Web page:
Will lawyers continue to be averse to technology post-pandemic?
As the pandemic recedes and we head into the “new normal,” no one is exactly sure what law offices will look like post-pandemic. Will lawyers work remotely more often than before? Will the “face time” requirements of year’s past fall by the wayside as remote work increases? Will law firms continue to adopt new technologies into their firms in order to facilitate new ways of working?
Only time will tell how these questions will be resolved. In the meantime, we have the results from a number of recent surveys available that offer predictions and possible answers to these inquiries.
For example, the recently released 2021 Wolters Kluwer Future Ready Lawyer Survey: Moving Beyond the Pandemic tackles these issues and much more. This annual survey always offers insightful analysis of legal trends, and this year’s Report was no different. The 2021 survey includes data obtained from 700 legal professionals across nine European countries and the U.S. from a broad range of law firms and legal departments and provides a wealth of statistics about law firm, the effects of the pandemic, and legal technology purchasing decisions.
One of the main issues addressed in this year’s survey was how the pandemic impacted attitudes about technology, change management, and remote work. One of the key findings was that one effect of the pandemic was an increased realization of the value of technology, and the many benefits that the legal profession derives from it: “The ability to use technology to ensure performance became more important as the pandemic sent professionals out of the office and into their homes where they interacted remotely with clients, colleagues and the courts. The crisis made clear that technology solutions are essential to business resilience and client service. The survey also confirms that professionals see digital transformation and technology as a key driver of improved performance, efficiency and productivity ahead and that increased use of and investment in technology solutions will continue.”
Because of the pandemic and the resulting social distancing requirements, law firm lawyers and staff were unexpectedly displaced from their offices. Law firms were forced to transition to remote work, and many were wholly unprepared for that shift. For that reason, it’s no surprise to learn that 77% of survey respondents shared that one of the top trends that will impact their law firm over the next three years is the increasing importance of legal technology.
This is because technology played such a key role in addressing the remote working challenges that law firms encountered at the start of the pandemic. That’s why it makes perfect sense that 63% of survey respondents reported that their law firms planned to increase technology spend (up from 60% in 2020). And, since cloud-based tools were instrumental to business resiliency during the pandemic, it’s not surprising to learn that according to 75% of those surveyed, cloud computing software was the top technology that their firms planned to purchase in the near future.
The survey results also showed that emerging technologies would also play a part in many law firms future technology spend. Survey respondents indicated that the following technologies would have an impact on their firm over the next three years: 1) big data and predictive analytics (69% up from 58% in 2020), 2) machine learning (67% up from 57% in 2020), 3) artificial intelligence (65% up from 59% in 2020), and 4) robotic process automation (63% up from 49% in 2020).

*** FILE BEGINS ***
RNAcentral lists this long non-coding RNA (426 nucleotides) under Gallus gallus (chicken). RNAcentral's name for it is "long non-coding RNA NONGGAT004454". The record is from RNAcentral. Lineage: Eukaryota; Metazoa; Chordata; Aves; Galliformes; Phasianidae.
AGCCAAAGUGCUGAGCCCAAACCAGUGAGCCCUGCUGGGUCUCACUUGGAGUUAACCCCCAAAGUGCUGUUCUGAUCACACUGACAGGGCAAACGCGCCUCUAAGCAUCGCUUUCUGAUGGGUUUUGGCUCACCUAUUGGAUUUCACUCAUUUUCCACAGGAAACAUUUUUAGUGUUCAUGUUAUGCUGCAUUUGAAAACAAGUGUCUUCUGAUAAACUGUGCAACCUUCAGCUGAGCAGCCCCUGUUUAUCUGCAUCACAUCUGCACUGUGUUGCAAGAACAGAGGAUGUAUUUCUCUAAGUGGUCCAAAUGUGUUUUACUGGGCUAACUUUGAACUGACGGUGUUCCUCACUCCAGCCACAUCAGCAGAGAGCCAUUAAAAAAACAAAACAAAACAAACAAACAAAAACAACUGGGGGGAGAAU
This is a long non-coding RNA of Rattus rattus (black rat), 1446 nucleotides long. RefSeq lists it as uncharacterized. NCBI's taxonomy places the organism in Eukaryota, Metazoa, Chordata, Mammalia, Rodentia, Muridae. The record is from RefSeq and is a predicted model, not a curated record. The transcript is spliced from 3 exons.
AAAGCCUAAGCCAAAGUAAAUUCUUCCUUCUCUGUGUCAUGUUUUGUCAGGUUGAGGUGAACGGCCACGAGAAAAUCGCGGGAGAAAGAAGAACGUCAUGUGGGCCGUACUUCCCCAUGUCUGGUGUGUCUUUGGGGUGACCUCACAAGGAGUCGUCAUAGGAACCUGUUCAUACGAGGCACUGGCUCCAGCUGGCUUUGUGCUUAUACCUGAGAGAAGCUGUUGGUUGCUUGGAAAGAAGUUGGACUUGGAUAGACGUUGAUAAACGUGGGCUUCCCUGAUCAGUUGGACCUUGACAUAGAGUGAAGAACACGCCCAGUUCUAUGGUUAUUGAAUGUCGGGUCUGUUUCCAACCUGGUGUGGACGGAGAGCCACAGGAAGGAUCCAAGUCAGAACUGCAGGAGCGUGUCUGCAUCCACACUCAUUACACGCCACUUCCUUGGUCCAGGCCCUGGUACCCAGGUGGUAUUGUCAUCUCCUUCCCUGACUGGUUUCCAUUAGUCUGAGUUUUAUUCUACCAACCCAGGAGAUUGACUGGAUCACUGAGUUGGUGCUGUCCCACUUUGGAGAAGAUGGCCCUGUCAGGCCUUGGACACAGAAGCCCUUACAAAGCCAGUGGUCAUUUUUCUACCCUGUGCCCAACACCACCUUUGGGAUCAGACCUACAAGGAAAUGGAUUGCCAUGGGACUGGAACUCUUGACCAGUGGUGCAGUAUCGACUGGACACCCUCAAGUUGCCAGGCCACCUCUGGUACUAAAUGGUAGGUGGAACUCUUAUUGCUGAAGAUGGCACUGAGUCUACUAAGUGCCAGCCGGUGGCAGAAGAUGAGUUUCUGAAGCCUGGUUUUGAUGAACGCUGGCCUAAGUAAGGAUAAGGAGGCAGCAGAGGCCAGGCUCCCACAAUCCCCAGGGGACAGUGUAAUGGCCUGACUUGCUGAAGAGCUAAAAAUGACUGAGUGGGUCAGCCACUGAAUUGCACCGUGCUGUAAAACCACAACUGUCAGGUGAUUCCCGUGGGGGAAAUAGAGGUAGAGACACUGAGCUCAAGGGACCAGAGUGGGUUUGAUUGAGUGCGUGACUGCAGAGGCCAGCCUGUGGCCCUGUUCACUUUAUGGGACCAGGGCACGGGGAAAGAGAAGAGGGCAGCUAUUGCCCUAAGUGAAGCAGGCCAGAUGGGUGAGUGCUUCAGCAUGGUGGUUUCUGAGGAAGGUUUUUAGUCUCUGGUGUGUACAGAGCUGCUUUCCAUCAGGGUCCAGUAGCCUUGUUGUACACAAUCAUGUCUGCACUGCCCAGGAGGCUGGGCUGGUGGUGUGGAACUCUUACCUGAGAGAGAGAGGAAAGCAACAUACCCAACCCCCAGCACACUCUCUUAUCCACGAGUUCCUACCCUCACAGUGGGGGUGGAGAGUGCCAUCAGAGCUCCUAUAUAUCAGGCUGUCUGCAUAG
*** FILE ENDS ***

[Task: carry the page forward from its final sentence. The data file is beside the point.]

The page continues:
However, the survey results also indicated that although law firms seemed to be exhibiting an increased interest in purchasing new technology, most were not fully prepared to implement technological change. Only 32% of respondents believed that their firms were very prepared to use technology to be more productive. Similarly, only 30% said that their firms were very prepared to effectively implement change management processes. A mere 25% agreed that their firms were very prepared to automate routine processes. Finally, less than a third of respondents (30%) agreed that their firms had staff capable of leveraging technology and only 26% were very prepared to recruit or retain technology staff.
Given those statistics, you might think that the future of technology adoption in law firms looks bleak. However, the authors of the survey would beg to disagree. They believe that the pandemic ushered in a new phase of technology use in the legal profession: “(O)ne thing is certain: the digital transformation of the industry gained unprecedented momentum, which continues today. In the past year, technology was a lifeline to the legal profession, in serving clients, connecting with colleagues and driving efficiency and productivity. As the industry continues to recover and a ‘new normal’ emerges, technology will be a driving force.”
I tend to agree, but then again my official title is “Legal Technology Evangelist,” so perhaps I’m a bit biased. What do you think? Will technology adoption increase significantly in the years to come, or will the legal profession overall continue to be technology averse?
Nicole Black is a Rochester, New York attorney, author, journalist, and the Legal Technology Evangelist at MyCase law practice management software for small law firms. She is the author of the ABA book Cloud Computing for Lawyers, co-authors the ABA book Social Media for Lawyers: the Next Frontier, and co-authors Criminal Law in New York, a Thomson Reuters treatise. She writes legal technology columns for Above the Law and ABA Journal and speaks regularly at conferences regarding the intersection of law and technology. You can follow her on Twitter at @nikiblack or email her at firstname.lastname@example.org.